Atrial fibrillation (AF) is relatively less frequent in younger patients (age < 50). Recently, studies have suggested that early restoration of sinus rhythm may lead to improved outcomes compared with rate control, however the efficacy of catheter ablation for AF in young is scarce.
We included all hospitalized patients between 18 and 50 years with a diagnosis of AF from the Nationwide Readmission Database 2016-2017 from the Healthcare Cost and Utilization Project. Demographic and comorbidity data were collected and analyzed. Outcomes assessed included one-year AF readmission rates, all-cause readmission, ischemic stroke, and all-cause mortality. Subgroup analyses were performed for all demographic and comorbidity variables.
Overall, 52,598 patients (medium age 44, interquartile range 38-48, female 25.7%) were included in the study, including 2,146 (4.0%) who underwent catheter ablation for AF. Patients who underwent catheter ablation had a significantly lower rate of readmission for AF or any cause at one year (adjusted hazard ratios (HR) of 0.52 [95% confidence interval (CI): 0.43-0.63] and HR of 0.81 [95% CI: 0.72-0.89], respectively). There was no difference in 1-year readmission for stroke or all-cause mortality between the two groups. Subgroup analyses showed a consistent reduction in the risk of AF readmission among major demographic and comorbidity subgroups.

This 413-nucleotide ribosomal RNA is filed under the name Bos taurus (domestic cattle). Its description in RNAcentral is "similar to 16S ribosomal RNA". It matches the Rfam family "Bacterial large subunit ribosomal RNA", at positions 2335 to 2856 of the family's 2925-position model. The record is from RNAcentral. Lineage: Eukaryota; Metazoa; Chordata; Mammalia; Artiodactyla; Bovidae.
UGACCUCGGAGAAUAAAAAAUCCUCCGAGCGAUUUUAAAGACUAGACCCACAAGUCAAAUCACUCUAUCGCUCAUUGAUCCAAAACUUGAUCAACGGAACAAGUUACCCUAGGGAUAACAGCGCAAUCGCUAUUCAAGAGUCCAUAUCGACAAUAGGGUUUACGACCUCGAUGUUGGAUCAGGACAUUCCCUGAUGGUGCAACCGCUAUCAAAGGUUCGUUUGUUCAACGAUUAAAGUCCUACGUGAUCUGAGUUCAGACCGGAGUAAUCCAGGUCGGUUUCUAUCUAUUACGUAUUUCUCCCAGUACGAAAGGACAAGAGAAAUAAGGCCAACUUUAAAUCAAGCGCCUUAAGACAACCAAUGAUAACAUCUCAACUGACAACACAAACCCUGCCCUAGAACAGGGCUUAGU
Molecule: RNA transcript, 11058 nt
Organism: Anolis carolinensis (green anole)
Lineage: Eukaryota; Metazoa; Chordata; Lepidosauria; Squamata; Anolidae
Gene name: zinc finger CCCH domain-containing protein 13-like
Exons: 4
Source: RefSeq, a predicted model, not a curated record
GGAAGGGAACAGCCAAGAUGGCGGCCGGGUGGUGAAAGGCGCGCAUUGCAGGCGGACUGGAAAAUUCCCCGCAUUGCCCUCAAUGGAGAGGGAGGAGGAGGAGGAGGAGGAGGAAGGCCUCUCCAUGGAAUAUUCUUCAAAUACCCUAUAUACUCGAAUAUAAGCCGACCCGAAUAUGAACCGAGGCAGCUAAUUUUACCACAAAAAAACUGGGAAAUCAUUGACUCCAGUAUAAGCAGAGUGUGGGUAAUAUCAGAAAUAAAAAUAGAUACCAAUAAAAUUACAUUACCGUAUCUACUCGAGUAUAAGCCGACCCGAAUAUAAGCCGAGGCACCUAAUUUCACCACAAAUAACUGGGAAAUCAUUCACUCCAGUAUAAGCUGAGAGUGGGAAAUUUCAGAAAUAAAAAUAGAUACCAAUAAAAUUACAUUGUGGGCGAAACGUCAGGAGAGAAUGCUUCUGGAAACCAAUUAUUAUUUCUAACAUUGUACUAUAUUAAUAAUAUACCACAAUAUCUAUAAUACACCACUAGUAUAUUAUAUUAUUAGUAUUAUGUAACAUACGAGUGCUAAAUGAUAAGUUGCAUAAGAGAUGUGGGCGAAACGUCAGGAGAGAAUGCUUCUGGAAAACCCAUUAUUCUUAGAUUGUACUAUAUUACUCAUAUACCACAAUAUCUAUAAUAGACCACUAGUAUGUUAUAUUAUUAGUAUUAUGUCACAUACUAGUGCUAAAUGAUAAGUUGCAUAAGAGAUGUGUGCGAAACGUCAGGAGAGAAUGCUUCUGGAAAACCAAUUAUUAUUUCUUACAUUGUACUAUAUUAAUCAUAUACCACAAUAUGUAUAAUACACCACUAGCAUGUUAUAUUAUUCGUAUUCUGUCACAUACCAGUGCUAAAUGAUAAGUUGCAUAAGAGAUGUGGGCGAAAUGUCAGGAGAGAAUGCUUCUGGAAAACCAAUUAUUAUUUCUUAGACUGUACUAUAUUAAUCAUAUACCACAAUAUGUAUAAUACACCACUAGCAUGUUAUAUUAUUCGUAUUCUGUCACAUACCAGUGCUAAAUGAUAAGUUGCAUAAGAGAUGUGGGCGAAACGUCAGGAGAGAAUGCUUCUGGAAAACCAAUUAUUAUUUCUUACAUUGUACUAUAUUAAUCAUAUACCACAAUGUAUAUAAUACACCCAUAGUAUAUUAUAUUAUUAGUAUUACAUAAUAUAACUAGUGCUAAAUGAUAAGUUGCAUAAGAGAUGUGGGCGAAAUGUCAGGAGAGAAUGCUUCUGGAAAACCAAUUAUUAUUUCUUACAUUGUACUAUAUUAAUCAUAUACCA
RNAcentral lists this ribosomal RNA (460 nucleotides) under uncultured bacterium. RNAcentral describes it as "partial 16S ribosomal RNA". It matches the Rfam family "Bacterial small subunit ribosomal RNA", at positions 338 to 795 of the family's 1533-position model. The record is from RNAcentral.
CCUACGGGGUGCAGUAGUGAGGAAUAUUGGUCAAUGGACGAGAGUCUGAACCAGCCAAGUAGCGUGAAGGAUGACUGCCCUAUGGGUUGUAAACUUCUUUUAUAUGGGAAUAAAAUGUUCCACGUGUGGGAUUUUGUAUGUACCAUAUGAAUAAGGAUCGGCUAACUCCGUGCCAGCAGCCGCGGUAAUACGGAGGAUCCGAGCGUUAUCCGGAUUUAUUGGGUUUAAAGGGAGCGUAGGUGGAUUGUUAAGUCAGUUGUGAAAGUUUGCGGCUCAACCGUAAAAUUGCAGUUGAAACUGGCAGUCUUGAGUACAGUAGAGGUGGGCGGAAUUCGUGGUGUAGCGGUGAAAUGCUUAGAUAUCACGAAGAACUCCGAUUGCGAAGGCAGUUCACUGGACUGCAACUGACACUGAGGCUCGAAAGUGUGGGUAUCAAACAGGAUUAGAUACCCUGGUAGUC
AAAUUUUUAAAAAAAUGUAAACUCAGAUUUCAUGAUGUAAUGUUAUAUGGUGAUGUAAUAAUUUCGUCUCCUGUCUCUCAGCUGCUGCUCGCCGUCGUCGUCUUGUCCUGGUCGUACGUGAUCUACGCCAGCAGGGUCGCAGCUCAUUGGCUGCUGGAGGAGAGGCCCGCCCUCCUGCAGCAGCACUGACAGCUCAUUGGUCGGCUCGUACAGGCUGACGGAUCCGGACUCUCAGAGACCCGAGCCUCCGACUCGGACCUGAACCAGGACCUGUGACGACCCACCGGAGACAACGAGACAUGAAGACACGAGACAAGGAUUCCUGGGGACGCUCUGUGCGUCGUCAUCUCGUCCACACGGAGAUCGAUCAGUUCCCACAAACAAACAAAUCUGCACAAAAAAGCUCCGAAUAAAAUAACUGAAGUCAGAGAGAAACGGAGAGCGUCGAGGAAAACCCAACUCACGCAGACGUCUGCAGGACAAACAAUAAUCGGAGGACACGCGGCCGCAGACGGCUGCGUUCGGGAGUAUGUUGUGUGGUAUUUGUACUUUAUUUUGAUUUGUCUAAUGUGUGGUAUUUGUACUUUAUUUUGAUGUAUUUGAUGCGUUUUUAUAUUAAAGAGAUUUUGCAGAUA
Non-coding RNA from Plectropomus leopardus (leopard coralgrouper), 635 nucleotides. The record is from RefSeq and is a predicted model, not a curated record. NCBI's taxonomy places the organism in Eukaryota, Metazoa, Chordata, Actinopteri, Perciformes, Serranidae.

Catheter ablation in young patients with AF was associated with a reduction in 1-year AF related and all-cause readmissions. These data merit further prospective investigation for validation, through dedicated registries and multicenter collaborations to include young AF from diverse population.

© 2023. The Author(s).